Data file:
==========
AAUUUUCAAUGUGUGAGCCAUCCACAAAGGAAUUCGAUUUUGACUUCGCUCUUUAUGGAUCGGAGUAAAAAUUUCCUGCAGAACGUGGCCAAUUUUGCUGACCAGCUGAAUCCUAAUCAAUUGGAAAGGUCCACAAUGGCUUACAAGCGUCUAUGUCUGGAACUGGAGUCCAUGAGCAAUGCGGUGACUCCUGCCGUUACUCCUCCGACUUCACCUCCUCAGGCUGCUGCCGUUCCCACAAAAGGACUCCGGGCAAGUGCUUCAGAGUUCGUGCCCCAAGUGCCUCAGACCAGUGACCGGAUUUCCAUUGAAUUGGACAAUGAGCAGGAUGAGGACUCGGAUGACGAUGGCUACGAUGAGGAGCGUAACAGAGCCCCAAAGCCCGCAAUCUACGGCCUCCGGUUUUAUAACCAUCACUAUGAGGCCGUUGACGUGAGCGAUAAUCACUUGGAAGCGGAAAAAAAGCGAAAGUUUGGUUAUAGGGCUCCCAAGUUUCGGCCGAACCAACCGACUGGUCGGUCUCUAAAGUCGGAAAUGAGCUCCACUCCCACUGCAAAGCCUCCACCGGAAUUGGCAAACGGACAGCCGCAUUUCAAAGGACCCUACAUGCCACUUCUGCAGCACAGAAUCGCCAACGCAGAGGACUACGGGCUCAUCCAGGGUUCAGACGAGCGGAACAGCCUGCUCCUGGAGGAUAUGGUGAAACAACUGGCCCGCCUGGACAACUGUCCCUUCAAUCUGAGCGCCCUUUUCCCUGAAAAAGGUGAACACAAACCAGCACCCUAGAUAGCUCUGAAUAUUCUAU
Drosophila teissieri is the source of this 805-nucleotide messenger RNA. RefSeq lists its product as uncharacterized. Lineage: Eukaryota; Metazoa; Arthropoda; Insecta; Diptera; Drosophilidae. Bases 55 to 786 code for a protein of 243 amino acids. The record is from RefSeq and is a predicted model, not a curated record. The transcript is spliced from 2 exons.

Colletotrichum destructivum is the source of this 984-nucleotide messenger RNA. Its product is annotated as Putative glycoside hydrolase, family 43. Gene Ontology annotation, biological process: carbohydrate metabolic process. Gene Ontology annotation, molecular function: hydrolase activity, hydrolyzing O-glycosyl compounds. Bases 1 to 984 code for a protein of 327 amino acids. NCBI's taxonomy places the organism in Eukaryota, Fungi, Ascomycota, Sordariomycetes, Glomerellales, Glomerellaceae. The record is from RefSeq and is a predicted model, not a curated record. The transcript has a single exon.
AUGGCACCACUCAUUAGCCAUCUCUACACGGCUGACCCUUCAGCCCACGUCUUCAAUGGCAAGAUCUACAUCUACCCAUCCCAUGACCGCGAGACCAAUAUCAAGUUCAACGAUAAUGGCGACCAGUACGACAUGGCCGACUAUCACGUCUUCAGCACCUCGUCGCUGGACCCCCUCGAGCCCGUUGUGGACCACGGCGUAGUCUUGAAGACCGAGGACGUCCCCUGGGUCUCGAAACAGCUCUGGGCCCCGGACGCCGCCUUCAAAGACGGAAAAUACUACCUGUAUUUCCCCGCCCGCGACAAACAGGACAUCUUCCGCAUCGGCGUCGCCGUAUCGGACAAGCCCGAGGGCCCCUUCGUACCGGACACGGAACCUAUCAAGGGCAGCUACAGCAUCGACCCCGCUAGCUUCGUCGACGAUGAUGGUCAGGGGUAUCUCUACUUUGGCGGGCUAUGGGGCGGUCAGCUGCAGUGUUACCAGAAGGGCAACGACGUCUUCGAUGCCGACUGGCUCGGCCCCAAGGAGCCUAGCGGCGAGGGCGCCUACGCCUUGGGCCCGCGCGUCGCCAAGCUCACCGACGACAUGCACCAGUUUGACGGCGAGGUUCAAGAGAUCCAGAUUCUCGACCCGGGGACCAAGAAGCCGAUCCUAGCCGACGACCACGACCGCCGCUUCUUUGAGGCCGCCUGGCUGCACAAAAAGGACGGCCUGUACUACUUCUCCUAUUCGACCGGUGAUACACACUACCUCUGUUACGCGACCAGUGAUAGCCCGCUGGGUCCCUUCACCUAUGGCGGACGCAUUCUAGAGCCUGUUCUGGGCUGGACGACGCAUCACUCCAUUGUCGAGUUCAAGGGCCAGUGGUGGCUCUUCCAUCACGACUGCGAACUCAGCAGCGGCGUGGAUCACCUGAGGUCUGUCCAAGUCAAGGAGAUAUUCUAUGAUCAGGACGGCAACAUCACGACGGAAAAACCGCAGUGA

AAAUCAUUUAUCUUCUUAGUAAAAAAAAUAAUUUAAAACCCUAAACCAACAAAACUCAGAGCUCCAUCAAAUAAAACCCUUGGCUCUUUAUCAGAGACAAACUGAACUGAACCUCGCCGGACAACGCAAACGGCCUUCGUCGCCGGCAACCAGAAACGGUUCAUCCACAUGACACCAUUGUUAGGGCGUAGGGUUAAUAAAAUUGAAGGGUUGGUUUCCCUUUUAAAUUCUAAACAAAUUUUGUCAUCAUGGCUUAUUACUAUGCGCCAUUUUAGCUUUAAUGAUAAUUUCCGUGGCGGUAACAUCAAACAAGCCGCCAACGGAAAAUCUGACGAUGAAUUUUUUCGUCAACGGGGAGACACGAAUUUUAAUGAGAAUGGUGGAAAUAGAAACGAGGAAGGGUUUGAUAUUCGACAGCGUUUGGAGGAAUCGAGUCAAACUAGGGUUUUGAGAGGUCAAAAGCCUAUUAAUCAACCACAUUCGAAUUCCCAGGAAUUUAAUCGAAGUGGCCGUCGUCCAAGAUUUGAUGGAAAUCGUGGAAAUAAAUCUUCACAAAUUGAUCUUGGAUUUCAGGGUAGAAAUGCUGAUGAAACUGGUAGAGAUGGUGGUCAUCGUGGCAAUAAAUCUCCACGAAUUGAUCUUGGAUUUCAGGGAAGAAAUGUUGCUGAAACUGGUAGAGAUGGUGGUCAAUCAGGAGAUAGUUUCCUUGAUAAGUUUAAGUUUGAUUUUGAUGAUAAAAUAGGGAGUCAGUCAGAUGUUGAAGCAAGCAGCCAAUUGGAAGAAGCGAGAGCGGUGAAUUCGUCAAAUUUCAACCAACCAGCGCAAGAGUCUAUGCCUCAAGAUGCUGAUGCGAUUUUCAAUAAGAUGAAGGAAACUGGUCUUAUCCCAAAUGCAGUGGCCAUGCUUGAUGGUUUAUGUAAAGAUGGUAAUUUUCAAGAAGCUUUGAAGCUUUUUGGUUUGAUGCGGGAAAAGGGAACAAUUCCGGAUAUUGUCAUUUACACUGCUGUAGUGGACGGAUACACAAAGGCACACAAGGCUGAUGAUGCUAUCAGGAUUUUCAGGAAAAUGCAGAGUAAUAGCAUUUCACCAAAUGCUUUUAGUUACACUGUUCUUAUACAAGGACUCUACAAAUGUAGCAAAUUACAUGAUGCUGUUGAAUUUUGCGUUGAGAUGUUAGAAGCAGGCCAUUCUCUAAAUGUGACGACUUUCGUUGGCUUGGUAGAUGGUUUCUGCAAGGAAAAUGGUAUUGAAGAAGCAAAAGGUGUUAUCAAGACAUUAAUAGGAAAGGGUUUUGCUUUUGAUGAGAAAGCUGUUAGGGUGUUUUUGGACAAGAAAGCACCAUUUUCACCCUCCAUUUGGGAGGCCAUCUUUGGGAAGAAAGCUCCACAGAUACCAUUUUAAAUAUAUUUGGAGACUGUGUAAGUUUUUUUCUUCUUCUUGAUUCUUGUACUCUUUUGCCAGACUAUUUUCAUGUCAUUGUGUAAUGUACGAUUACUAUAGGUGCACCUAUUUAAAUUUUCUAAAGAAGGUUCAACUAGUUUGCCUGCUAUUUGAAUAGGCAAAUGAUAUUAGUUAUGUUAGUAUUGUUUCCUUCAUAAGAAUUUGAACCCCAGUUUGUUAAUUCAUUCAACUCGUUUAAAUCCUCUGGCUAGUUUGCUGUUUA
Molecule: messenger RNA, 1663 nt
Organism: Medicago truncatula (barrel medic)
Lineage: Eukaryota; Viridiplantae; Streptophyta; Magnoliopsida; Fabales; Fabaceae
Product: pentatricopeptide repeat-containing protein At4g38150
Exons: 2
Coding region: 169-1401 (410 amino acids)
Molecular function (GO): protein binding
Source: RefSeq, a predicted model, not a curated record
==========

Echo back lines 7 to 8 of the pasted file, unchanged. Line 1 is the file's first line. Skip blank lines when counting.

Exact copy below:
Organism: Medicago truncatula (barrel medic)
Lineage: Eukaryota; Viridiplantae; Streptophyta; Magnoliopsida; Fabales; Fabaceae